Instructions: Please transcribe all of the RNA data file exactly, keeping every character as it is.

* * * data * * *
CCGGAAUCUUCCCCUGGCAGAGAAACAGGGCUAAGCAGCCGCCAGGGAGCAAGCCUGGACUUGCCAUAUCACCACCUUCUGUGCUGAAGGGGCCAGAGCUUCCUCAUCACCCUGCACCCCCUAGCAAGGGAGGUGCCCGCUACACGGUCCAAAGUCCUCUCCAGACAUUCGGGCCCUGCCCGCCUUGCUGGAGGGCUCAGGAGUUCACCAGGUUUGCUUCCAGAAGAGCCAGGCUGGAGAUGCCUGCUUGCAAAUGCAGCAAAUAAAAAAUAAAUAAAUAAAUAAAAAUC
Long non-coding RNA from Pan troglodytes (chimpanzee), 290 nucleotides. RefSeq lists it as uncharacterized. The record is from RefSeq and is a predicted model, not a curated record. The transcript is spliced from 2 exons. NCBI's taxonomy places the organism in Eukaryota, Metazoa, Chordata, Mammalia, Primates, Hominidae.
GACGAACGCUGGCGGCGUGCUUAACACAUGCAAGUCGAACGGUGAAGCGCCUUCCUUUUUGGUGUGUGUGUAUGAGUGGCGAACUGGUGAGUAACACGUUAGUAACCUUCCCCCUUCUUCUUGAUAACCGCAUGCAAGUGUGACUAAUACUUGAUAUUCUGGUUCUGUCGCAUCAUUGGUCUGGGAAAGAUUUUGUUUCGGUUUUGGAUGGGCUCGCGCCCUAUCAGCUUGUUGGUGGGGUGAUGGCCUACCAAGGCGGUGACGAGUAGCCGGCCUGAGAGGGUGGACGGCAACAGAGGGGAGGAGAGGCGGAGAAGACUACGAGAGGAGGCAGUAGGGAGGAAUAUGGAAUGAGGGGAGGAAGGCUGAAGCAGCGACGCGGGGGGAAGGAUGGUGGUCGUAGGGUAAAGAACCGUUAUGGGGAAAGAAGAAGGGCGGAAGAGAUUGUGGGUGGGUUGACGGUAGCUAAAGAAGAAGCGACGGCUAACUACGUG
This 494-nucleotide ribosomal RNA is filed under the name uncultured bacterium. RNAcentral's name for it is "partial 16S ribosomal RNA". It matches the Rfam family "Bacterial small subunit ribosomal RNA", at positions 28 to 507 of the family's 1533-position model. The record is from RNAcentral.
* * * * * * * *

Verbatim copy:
CCGGAAUCUUCCCCUGGCAGAGAAACAGGGCUAAGCAGCCGCCAGGGAGCAAGCCUGGACUUGCCAUAUCACCACCUUCUGUGCUGAAGGGGCCAGAGCUUCCUCAUCACCCUGCACCCCCUAGCAAGGGAGGUGCCCGCUACACGGUCCAAAGUCCUCUCCAGACAUUCGGGCCCUGCCCGCCUUGCUGGAGGGCUCAGGAGUUCACCAGGUUUGCUUCCAGAAGAGCCAGGCUGGAGAUGCCUGCUUGCAAAUGCAGCAAAUAAAAAAUAAAUAAAUAAAUAAAAAUC
Long non-coding RNA from Pan troglodytes (chimpanzee), 290 nucleotides. RefSeq lists it as uncharacterized. The record is from RefSeq and is a predicted model, not a curated record. The transcript is spliced from 2 exons. NCBI's taxonomy places the organism in Eukaryota, Metazoa, Chordata, Mammalia, Primates, Hominidae.
GACGAACGCUGGCGGCGUGCUUAACACAUGCAAGUCGAACGGUGAAGCGCCUUCCUUUUUGGUGUGUGUGUAUGAGUGGCGAACUGGUGAGUAACACGUUAGUAACCUUCCCCCUUCUUCUUGAUAACCGCAUGCAAGUGUGACUAAUACUUGAUAUUCUGGUUCUGUCGCAUCAUUGGUCUGGGAAAGAUUUUGUUUCGGUUUUGGAUGGGCUCGCGCCCUAUCAGCUUGUUGGUGGGGUGAUGGCCUACCAAGGCGGUGACGAGUAGCCGGCCUGAGAGGGUGGACGGCAACAGAGGGGAGGAGAGGCGGAGAAGACUACGAGAGGAGGCAGUAGGGAGGAAUAUGGAAUGAGGGGAGGAAGGCUGAAGCAGCGACGCGGGGGGAAGGAUGGUGGUCGUAGGGUAAAGAACCGUUAUGGGGAAAGAAGAAGGGCGGAAGAGAUUGUGGGUGGGUUGACGGUAGCUAAAGAAGAAGCGACGGCUAACUACGUG
This 494-nucleotide ribosomal RNA is filed under the name uncultured bacterium. RNAcentral's name for it is "partial 16S ribosomal RNA". It matches the Rfam family "Bacterial small subunit ribosomal RNA", at positions 28 to 507 of the family's 1533-position model. The record is from RNAcentral.